Hydrogen fix for Japanese reactors

19 October 2012

Areva has a bulk order in Japan to fit hydrogen recombiners that help to prevent the explosive gas building up in reactor containment during emergency situations.

The French company announced a contract to provide its passive autocatalytic recombiners. The devices use catalytic oxidation to turn traces of hydrogen into steam, a process that works constantly and requires no power. They will be fitted in the reactor unit containment vessels to help prevent hydrogen explosions and "preserve the integrity of the reactor," said Areva.

Many nuclear operators installed systems to manage hydrogen after the partial core melt at Three Mile Island in 1979. Unfortunately, the course of action chosen by Tokyo Electric Power Corporation was to fit versions that required power. During the accident at Fukushima Daiichi last year, many hours without power for cooling water pumps saw nuclear fuel in the cores of units 1, 2 and 3 overheat to the point that zirconium fuel cladding oxidised in the presence of steam, producing hydrogen and oxygen. At units 1 and 3 this was able to escape the containment and concentrate in the tops of the buildings, where it eventually exploded and caused extensive physical damage to those units as well as unit 4. While Tepco's hydrogen management was inactive due to the loss of power, the passage of hydrogen to the top of the building was another unexpected aspect of the accident sequence.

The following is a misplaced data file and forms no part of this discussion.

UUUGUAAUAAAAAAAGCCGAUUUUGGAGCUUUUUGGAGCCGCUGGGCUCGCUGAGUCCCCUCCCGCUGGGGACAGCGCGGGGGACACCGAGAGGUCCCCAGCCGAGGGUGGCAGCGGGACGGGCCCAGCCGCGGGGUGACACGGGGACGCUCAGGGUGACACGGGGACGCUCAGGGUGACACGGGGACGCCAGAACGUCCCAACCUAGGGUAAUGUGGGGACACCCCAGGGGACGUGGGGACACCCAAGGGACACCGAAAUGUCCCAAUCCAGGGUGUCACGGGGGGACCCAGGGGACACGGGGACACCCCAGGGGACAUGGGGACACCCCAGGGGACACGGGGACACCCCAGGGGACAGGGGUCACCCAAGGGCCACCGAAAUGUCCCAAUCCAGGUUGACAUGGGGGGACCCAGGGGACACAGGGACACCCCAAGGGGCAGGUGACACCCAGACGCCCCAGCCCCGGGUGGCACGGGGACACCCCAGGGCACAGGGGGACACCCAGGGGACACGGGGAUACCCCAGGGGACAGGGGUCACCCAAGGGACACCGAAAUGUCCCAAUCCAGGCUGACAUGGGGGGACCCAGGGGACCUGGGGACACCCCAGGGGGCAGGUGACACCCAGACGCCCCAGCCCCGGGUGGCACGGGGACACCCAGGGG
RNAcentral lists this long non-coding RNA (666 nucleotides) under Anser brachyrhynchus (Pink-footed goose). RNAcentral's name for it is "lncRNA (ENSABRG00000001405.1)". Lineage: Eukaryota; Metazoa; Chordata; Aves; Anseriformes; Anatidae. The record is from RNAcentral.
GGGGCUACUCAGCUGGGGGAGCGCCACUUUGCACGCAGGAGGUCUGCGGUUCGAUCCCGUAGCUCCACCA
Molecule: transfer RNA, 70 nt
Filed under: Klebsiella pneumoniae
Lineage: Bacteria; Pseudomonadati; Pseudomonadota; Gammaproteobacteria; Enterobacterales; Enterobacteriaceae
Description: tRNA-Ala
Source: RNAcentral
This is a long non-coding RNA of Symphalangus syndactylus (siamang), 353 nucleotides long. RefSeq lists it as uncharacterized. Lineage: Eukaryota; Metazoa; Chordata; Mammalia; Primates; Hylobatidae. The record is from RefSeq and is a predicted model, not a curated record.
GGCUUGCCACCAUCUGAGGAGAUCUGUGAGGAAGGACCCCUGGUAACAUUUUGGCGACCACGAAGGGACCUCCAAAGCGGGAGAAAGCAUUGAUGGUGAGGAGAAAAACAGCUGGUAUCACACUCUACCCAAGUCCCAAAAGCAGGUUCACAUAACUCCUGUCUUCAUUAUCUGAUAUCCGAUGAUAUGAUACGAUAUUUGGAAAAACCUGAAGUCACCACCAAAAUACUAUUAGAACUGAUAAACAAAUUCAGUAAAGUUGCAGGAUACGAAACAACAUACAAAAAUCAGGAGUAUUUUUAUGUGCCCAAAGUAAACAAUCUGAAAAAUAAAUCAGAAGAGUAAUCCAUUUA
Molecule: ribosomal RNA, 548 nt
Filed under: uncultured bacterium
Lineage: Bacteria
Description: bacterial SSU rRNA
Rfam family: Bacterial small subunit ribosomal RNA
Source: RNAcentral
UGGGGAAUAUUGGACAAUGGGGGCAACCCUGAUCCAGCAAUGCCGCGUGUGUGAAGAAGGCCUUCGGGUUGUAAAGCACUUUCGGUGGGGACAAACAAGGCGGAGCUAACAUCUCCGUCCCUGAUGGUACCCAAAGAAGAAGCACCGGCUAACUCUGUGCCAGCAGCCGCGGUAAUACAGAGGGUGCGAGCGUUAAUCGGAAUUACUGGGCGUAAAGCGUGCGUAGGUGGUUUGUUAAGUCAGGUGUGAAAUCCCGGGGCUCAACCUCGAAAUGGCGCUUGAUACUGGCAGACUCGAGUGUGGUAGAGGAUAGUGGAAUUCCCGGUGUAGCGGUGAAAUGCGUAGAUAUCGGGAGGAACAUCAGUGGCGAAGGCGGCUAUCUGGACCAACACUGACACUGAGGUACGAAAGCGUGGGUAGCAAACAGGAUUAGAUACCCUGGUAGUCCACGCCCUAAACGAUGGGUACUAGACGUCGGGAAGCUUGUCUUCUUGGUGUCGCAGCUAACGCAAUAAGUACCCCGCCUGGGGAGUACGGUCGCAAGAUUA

Areva said it will install 100 of its devices at various Japanese reactors, without specifying which units.

Researched and written
by World Nuclear News